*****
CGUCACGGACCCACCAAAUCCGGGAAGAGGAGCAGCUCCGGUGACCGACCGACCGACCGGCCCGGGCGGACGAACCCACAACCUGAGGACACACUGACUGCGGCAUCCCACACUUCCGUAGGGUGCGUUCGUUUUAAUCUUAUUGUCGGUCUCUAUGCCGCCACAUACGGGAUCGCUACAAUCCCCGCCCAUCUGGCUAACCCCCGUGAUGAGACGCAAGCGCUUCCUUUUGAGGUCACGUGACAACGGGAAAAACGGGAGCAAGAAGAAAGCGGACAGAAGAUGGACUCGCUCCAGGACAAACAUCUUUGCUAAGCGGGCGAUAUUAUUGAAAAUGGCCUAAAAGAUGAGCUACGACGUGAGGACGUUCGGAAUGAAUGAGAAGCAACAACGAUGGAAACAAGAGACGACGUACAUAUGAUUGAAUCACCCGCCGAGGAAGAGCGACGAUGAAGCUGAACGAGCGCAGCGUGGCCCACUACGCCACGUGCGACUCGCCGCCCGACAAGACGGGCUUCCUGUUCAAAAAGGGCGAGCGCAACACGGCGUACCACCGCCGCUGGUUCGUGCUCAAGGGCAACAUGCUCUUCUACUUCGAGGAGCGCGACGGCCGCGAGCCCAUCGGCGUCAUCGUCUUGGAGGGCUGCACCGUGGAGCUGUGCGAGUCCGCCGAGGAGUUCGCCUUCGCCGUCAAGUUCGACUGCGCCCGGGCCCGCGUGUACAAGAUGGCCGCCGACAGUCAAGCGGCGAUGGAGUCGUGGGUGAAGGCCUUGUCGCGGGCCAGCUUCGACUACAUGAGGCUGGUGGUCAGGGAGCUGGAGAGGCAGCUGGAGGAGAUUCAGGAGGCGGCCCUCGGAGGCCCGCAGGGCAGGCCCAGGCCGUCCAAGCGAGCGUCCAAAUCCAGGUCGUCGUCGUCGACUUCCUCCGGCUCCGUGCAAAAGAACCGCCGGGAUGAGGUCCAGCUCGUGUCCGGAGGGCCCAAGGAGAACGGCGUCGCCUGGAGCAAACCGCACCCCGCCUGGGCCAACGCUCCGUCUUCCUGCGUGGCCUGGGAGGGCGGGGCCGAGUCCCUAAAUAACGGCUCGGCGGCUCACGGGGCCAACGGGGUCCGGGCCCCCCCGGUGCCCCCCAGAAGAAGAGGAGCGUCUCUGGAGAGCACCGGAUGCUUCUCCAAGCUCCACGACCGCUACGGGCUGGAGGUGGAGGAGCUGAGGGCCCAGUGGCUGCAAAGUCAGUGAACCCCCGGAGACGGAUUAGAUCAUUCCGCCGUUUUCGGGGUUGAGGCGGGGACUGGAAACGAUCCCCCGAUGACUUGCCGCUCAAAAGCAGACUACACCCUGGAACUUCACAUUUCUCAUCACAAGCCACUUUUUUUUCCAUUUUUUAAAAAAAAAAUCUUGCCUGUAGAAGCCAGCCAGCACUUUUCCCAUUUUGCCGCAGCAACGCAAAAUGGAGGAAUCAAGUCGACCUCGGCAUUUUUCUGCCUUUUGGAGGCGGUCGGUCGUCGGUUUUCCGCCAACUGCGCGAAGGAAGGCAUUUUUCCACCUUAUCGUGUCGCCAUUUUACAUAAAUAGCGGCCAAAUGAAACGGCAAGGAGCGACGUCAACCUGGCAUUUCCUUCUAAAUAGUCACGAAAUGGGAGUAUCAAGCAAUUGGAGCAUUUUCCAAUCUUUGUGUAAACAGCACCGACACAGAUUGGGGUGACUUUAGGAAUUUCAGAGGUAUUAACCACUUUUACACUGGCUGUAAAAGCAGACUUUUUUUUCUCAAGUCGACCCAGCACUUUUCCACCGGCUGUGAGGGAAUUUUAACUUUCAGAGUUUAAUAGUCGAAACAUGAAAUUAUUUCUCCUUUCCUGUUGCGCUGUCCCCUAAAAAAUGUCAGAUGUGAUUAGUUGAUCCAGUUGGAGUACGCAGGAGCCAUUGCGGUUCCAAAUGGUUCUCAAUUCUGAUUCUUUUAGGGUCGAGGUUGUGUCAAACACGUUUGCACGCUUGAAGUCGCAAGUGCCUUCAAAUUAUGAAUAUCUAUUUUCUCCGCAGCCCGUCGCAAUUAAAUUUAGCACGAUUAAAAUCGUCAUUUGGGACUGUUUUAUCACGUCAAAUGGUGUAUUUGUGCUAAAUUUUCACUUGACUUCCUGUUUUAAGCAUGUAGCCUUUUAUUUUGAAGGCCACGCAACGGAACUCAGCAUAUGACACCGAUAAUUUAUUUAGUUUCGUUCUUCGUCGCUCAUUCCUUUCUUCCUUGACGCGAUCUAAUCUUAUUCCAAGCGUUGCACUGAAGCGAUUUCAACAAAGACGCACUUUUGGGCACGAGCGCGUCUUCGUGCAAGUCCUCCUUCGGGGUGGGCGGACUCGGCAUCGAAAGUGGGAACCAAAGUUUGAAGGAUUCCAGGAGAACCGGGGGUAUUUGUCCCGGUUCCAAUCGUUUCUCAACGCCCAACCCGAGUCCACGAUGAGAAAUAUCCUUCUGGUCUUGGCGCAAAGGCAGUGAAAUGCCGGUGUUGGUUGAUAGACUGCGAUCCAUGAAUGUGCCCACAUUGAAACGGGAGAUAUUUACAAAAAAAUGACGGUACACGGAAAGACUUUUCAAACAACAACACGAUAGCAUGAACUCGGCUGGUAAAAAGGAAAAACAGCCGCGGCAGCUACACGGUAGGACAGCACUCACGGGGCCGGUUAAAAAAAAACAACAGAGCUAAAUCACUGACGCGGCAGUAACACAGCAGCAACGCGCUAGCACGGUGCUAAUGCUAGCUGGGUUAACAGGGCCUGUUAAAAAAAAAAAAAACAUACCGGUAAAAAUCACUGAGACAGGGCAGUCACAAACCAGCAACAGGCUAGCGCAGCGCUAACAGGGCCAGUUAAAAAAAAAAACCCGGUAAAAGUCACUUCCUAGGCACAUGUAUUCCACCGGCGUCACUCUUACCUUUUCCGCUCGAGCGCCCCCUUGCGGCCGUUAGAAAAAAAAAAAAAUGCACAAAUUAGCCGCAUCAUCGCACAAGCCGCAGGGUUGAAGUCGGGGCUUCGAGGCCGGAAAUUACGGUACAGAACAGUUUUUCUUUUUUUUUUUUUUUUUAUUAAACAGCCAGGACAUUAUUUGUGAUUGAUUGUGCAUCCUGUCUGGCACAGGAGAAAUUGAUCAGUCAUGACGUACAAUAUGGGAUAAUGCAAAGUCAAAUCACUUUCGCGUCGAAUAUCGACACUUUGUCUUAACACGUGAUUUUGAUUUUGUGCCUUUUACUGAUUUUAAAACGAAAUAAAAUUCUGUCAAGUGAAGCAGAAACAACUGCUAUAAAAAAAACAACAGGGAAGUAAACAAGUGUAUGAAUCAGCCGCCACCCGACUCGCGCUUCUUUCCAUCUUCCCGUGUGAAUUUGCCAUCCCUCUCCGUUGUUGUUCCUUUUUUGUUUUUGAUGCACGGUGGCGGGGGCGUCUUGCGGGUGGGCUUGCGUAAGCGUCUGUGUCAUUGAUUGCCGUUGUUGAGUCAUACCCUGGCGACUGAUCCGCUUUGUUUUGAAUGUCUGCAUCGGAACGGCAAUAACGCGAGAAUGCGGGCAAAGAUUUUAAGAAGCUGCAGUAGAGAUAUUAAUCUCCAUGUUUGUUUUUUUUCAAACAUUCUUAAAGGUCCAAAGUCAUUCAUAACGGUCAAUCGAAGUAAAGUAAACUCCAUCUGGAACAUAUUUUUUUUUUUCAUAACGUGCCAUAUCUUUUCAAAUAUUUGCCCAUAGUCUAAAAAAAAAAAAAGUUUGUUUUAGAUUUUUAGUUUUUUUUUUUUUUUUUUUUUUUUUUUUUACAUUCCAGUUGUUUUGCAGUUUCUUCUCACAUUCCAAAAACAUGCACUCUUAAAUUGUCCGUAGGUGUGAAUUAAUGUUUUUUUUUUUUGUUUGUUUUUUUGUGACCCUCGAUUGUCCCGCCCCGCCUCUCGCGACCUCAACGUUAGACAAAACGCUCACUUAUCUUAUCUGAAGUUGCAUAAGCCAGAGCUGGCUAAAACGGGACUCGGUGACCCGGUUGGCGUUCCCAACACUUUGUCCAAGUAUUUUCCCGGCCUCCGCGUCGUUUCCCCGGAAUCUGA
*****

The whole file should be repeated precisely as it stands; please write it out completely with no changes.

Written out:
CGUCACGGACCCACCAAAUCCGGGAAGAGGAGCAGCUCCGGUGACCGACCGACCGACCGGCCCGGGCGGACGAACCCACAACCUGAGGACACACUGACUGCGGCAUCCCACACUUCCGUAGGGUGCGUUCGUUUUAAUCUUAUUGUCGGUCUCUAUGCCGCCACAUACGGGAUCGCUACAAUCCCCGCCCAUCUGGCUAACCCCCGUGAUGAGACGCAAGCGCUUCCUUUUGAGGUCACGUGACAACGGGAAAAACGGGAGCAAGAAGAAAGCGGACAGAAGAUGGACUCGCUCCAGGACAAACAUCUUUGCUAAGCGGGCGAUAUUAUUGAAAAUGGCCUAAAAGAUGAGCUACGACGUGAGGACGUUCGGAAUGAAUGAGAAGCAACAACGAUGGAAACAAGAGACGACGUACAUAUGAUUGAAUCACCCGCCGAGGAAGAGCGACGAUGAAGCUGAACGAGCGCAGCGUGGCCCACUACGCCACGUGCGACUCGCCGCCCGACAAGACGGGCUUCCUGUUCAAAAAGGGCGAGCGCAACACGGCGUACCACCGCCGCUGGUUCGUGCUCAAGGGCAACAUGCUCUUCUACUUCGAGGAGCGCGACGGCCGCGAGCCCAUCGGCGUCAUCGUCUUGGAGGGCUGCACCGUGGAGCUGUGCGAGUCCGCCGAGGAGUUCGCCUUCGCCGUCAAGUUCGACUGCGCCCGGGCCCGCGUGUACAAGAUGGCCGCCGACAGUCAAGCGGCGAUGGAGUCGUGGGUGAAGGCCUUGUCGCGGGCCAGCUUCGACUACAUGAGGCUGGUGGUCAGGGAGCUGGAGAGGCAGCUGGAGGAGAUUCAGGAGGCGGCCCUCGGAGGCCCGCAGGGCAGGCCCAGGCCGUCCAAGCGAGCGUCCAAAUCCAGGUCGUCGUCGUCGACUUCCUCCGGCUCCGUGCAAAAGAACCGCCGGGAUGAGGUCCAGCUCGUGUCCGGAGGGCCCAAGGAGAACGGCGUCGCCUGGAGCAAACCGCACCCCGCCUGGGCCAACGCUCCGUCUUCCUGCGUGGCCUGGGAGGGCGGGGCCGAGUCCCUAAAUAACGGCUCGGCGGCUCACGGGGCCAACGGGGUCCGGGCCCCCCCGGUGCCCCCCAGAAGAAGAGGAGCGUCUCUGGAGAGCACCGGAUGCUUCUCCAAGCUCCACGACCGCUACGGGCUGGAGGUGGAGGAGCUGAGGGCCCAGUGGCUGCAAAGUCAGUGAACCCCCGGAGACGGAUUAGAUCAUUCCGCCGUUUUCGGGGUUGAGGCGGGGACUGGAAACGAUCCCCCGAUGACUUGCCGCUCAAAAGCAGACUACACCCUGGAACUUCACAUUUCUCAUCACAAGCCACUUUUUUUUCCAUUUUUUAAAAAAAAAAUCUUGCCUGUAGAAGCCAGCCAGCACUUUUCCCAUUUUGCCGCAGCAACGCAAAAUGGAGGAAUCAAGUCGACCUCGGCAUUUUUCUGCCUUUUGGAGGCGGUCGGUCGUCGGUUUUCCGCCAACUGCGCGAAGGAAGGCAUUUUUCCACCUUAUCGUGUCGCCAUUUUACAUAAAUAGCGGCCAAAUGAAACGGCAAGGAGCGACGUCAACCUGGCAUUUCCUUCUAAAUAGUCACGAAAUGGGAGUAUCAAGCAAUUGGAGCAUUUUCCAAUCUUUGUGUAAACAGCACCGACACAGAUUGGGGUGACUUUAGGAAUUUCAGAGGUAUUAACCACUUUUACACUGGCUGUAAAAGCAGACUUUUUUUUCUCAAGUCGACCCAGCACUUUUCCACCGGCUGUGAGGGAAUUUUAACUUUCAGAGUUUAAUAGUCGAAACAUGAAAUUAUUUCUCCUUUCCUGUUGCGCUGUCCCCUAAAAAAUGUCAGAUGUGAUUAGUUGAUCCAGUUGGAGUACGCAGGAGCCAUUGCGGUUCCAAAUGGUUCUCAAUUCUGAUUCUUUUAGGGUCGAGGUUGUGUCAAACACGUUUGCACGCUUGAAGUCGCAAGUGCCUUCAAAUUAUGAAUAUCUAUUUUCUCCGCAGCCCGUCGCAAUUAAAUUUAGCACGAUUAAAAUCGUCAUUUGGGACUGUUUUAUCACGUCAAAUGGUGUAUUUGUGCUAAAUUUUCACUUGACUUCCUGUUUUAAGCAUGUAGCCUUUUAUUUUGAAGGCCACGCAACGGAACUCAGCAUAUGACACCGAUAAUUUAUUUAGUUUCGUUCUUCGUCGCUCAUUCCUUUCUUCCUUGACGCGAUCUAAUCUUAUUCCAAGCGUUGCACUGAAGCGAUUUCAACAAAGACGCACUUUUGGGCACGAGCGCGUCUUCGUGCAAGUCCUCCUUCGGGGUGGGCGGACUCGGCAUCGAAAGUGGGAACCAAAGUUUGAAGGAUUCCAGGAGAACCGGGGGUAUUUGUCCCGGUUCCAAUCGUUUCUCAACGCCCAACCCGAGUCCACGAUGAGAAAUAUCCUUCUGGUCUUGGCGCAAAGGCAGUGAAAUGCCGGUGUUGGUUGAUAGACUGCGAUCCAUGAAUGUGCCCACAUUGAAACGGGAGAUAUUUACAAAAAAAUGACGGUACACGGAAAGACUUUUCAAACAACAACACGAUAGCAUGAACUCGGCUGGUAAAAAGGAAAAACAGCCGCGGCAGCUACACGGUAGGACAGCACUCACGGGGCCGGUUAAAAAAAAACAACAGAGCUAAAUCACUGACGCGGCAGUAACACAGCAGCAACGCGCUAGCACGGUGCUAAUGCUAGCUGGGUUAACAGGGCCUGUUAAAAAAAAAAAAAACAUACCGGUAAAAAUCACUGAGACAGGGCAGUCACAAACCAGCAACAGGCUAGCGCAGCGCUAACAGGGCCAGUUAAAAAAAAAAACCCGGUAAAAGUCACUUCCUAGGCACAUGUAUUCCACCGGCGUCACUCUUACCUUUUCCGCUCGAGCGCCCCCUUGCGGCCGUUAGAAAAAAAAAAAAAUGCACAAAUUAGCCGCAUCAUCGCACAAGCCGCAGGGUUGAAGUCGGGGCUUCGAGGCCGGAAAUUACGGUACAGAACAGUUUUUCUUUUUUUUUUUUUUUUUAUUAAACAGCCAGGACAUUAUUUGUGAUUGAUUGUGCAUCCUGUCUGGCACAGGAGAAAUUGAUCAGUCAUGACGUACAAUAUGGGAUAAUGCAAAGUCAAAUCACUUUCGCGUCGAAUAUCGACACUUUGUCUUAACACGUGAUUUUGAUUUUGUGCCUUUUACUGAUUUUAAAACGAAAUAAAAUUCUGUCAAGUGAAGCAGAAACAACUGCUAUAAAAAAAACAACAGGGAAGUAAACAAGUGUAUGAAUCAGCCGCCACCCGACUCGCGCUUCUUUCCAUCUUCCCGUGUGAAUUUGCCAUCCCUCUCCGUUGUUGUUCCUUUUUUGUUUUUGAUGCACGGUGGCGGGGGCGUCUUGCGGGUGGGCUUGCGUAAGCGUCUGUGUCAUUGAUUGCCGUUGUUGAGUCAUACCCUGGCGACUGAUCCGCUUUGUUUUGAAUGUCUGCAUCGGAACGGCAAUAACGCGAGAAUGCGGGCAAAGAUUUUAAGAAGCUGCAGUAGAGAUAUUAAUCUCCAUGUUUGUUUUUUUUCAAACAUUCUUAAAGGUCCAAAGUCAUUCAUAACGGUCAAUCGAAGUAAAGUAAACUCCAUCUGGAACAUAUUUUUUUUUUUCAUAACGUGCCAUAUCUUUUCAAAUAUUUGCCCAUAGUCUAAAAAAAAAAAAAGUUUGUUUUAGAUUUUUAGUUUUUUUUUUUUUUUUUUUUUUUUUUUUUACAUUCCAGUUGUUUUGCAGUUUCUUCUCACAUUCCAAAAACAUGCACUCUUAAAUUGUCCGUAGGUGUGAAUUAAUGUUUUUUUUUUUUGUUUGUUUUUUUGUGACCCUCGAUUGUCCCGCCCCGCCUCUCGCGACCUCAACGUUAGACAAAACGCUCACUUAUCUUAUCUGAAGUUGCAUAAGCCAGAGCUGGCUAAAACGGGACUCGGUGACCCGGUUGGCGUUCCCAACACUUUGUCCAAGUAUUUUCCCGGCCUCCGCGUCGUUUCCCCGGAAUCUGA